If you are unable to keep up on your monthly payments (probably because the car was out of your budget in the first place), then you will need to sell your car to get a different one. But again, you will only be able to get the market value of your car and will need to continue making payments to your lender.

What can I do with an upside down loan?

Drive through the loan

If you don’t plan on needing a new car soon and you are able to comfortably make your monthly payments, you don’t necessarily need to do anything. You can simply drive through the loan, making consistent monthly payments and driving as normal. You will eventually pay off your car and it won’t be an issue.

Make extra payments

If you are able to make extra payments every now and then, that will greatly help you catch up to your car’s true value. Extra payments will usually go towards the principal (not the interest) and can make a real difference.

Refinance to a shorter repayment period

If you are able to refinance your car loan to a shorter repayment period this can also help get you out of an upside down loan. This will help close the gap between depreciation and your loan’s value. Many lenders do not refinance loans that are upside down, but if you have good credit you may be able to secure a different loan.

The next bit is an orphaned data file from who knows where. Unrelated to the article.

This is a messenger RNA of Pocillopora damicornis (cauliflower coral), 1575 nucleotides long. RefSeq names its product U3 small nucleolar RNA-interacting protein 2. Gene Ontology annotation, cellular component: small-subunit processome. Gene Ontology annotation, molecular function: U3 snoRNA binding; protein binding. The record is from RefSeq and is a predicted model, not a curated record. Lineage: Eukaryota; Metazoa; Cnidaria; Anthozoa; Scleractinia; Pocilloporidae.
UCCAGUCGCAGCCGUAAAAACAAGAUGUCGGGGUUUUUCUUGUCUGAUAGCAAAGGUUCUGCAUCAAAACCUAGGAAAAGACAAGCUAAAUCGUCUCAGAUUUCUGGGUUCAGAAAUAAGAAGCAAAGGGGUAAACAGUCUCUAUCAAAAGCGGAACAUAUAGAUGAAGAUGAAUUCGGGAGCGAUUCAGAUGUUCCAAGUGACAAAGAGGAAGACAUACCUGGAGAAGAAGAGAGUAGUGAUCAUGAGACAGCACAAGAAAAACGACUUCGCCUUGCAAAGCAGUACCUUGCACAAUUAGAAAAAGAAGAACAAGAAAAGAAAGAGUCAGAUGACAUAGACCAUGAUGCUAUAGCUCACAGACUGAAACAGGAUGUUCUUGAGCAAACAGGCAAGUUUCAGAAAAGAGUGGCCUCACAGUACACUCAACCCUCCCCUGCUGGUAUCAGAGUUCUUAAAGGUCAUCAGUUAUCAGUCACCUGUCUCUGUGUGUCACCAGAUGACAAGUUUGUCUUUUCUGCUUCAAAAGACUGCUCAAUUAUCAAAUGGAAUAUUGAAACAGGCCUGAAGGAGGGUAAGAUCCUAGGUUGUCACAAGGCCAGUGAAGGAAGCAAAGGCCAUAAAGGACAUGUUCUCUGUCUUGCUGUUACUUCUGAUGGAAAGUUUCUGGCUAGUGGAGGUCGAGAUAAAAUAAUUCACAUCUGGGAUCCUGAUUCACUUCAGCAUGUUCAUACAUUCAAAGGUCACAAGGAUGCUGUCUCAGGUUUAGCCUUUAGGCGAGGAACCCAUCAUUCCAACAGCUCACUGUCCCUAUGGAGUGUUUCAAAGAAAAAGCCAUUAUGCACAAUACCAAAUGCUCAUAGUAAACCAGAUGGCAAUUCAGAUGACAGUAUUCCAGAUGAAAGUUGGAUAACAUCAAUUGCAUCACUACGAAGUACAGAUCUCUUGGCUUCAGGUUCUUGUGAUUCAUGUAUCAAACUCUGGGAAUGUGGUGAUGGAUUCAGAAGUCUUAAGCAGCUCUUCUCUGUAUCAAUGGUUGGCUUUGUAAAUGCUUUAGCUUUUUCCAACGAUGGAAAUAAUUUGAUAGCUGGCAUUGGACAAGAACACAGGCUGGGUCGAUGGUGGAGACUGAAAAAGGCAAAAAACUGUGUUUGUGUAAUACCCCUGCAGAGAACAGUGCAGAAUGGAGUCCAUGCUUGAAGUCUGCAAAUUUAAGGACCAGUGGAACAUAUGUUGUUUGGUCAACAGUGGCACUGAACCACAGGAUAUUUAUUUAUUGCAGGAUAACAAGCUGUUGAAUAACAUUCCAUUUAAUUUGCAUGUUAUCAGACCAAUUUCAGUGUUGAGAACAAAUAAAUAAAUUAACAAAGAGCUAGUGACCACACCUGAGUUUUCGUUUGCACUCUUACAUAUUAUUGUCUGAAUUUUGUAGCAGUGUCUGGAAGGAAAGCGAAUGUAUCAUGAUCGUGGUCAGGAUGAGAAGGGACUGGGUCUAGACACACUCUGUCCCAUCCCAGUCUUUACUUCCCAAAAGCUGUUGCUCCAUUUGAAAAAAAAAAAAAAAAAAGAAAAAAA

Get GAP insurance

GAP insurance (Guaranteed Asset Protection) is designed to cover the difference between what the car is actually worth and the amount that you owe on the car. In other words, if you total your car and owe $2,000 more than what your insurance will pay out, your GAP insurance will pay that difference. It’s another added cost but it might be worth it in the event of an emergency.

Keeping up with an upside down car loan payment

What can I do to prevent an upside down loan?

It’s best to avoid getting an upside down loan in the first place if you can help it. Here are some ways to keep your loan amount in check.

Make a down payment.

Down payments are always a good idea when it comes to buying a car. A down payment is arguably the best thing you can do to ensure depreciation doesn’t put you upside down immediately. Experts recommend a 20% down payment to put you in the best position.

Pay your taxes and fees upfront.

Many dealers will allow you to roll your taxes and fees into your car payments so that you can pay nothing (or next to nothing) upfront. Avoid doing this as it will just add more to your loan.